October 24th, 2011
Chemical Engineers’ Role in Food, Pharmaceuticals, and Bioengineering [On Location]
By Robert Szczesniak | Comments (0)
Looking for a change of pace and a chance to explore the other roles that chemical engineers can fulfill, I attended the Food, Pharmaceutical, and Bioengineering Plenary
The overall conclusion that I came away with was that there are very few aspects of the modern world that are not impacted and improved by chemical engineers. After spending a few days listening to presentations on traditional chemical engineering topics such as energy, refining, and chemicals, it was an interesting contrast to see how the same concepts can be used to improve the safety, health, and productivity of the country as well.
Fighting inefficiency and food-borne pathogens
One example is the Food Innovation Center at Ohio State University, which is working to improve the efficiency and safety of our food supply. They estimate that there is as much as a 40% loss of food due to inefficiencies. As the world population increases, reducing these losses is increasingly important. They are also pursuing ways to protect the general population from food-borne pathogens. As we have seen in recent events, the quicker food-borne pathogens can be identified, the quicker the source can be located and the better effected people can be treated. This work is carried out across all scales, from local farms to internationally traded foods.
Developing new methods of vaccine delivery
Vaccines may have saved more lives than any medical innovation since sanitation, and current research is looking to make further improvements. Balaji Narasimhan
of Iowa State University
spoke of using nanoparticle substrates to deliver vaccines. (Dr. Narasimhan was singled out for his work in this area in MIT's Technology Review's annual list of 35 Innovators under 35.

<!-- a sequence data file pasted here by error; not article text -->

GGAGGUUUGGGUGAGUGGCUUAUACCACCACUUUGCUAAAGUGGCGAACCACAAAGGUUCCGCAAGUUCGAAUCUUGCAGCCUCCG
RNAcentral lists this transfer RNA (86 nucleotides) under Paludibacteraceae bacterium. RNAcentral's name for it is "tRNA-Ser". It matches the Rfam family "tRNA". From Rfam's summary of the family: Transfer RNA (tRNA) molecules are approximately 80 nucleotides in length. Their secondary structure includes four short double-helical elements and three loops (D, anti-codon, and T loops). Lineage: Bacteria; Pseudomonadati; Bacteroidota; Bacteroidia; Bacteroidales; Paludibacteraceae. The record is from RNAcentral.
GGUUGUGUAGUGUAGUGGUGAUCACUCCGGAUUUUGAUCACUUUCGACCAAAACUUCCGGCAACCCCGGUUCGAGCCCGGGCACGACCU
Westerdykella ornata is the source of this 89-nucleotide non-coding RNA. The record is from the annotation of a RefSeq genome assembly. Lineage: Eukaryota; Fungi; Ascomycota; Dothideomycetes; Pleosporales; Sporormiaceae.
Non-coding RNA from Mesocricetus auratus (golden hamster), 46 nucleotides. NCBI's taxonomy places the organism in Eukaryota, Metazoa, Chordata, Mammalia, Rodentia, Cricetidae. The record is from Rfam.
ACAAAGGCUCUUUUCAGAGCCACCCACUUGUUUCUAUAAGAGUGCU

) The smaller the molecule, the farther it will travel into the lungs with inhalation, though if it is too small it will be exhaled without delivering the intended vaccine. By fine tuning the size of the molecule, a highly efficient inhaled vaccine can be created, which has distinct advantages
over traditional methods. The two primary benefits are efficiency and efficacy – less actual vaccine will have to be produced (important given limited supplies of certain vaccines) and those vaccinated will have a higher survival rate if exposed to the disease.
There is also some evidence that the protection provided by the vaccine will last longer. The new substrate provides extended shelf-life (in some cases without refrigeration) and an inhalation delivery method (compared to injection) eliminates the need for trained medical professionals. These last two factors would allow the vaccination of previously under-served populations. For example, vaccines could be air-dropped into remote areas or those isolated by disaster and easily administered greatly expanding their impact.
Using bioengineering to produce chemicals
The merging of biology and chemicals continues to be hot and stir the imagination. Ka Yiu San
of Rice University
presented work developing
cellular factories. He discussed using microbes to produce chemicals and molecules that are currently important to our economy. Other topics included replacing factories with cell cultures. As chemical engineers continue their work, they are moving the bio-economy from a promising idea to reality.
Photo: Test tubes, Jungleboy 叢林男孩 via Flickr; vaccine development in lab, Novartis AG via Flickr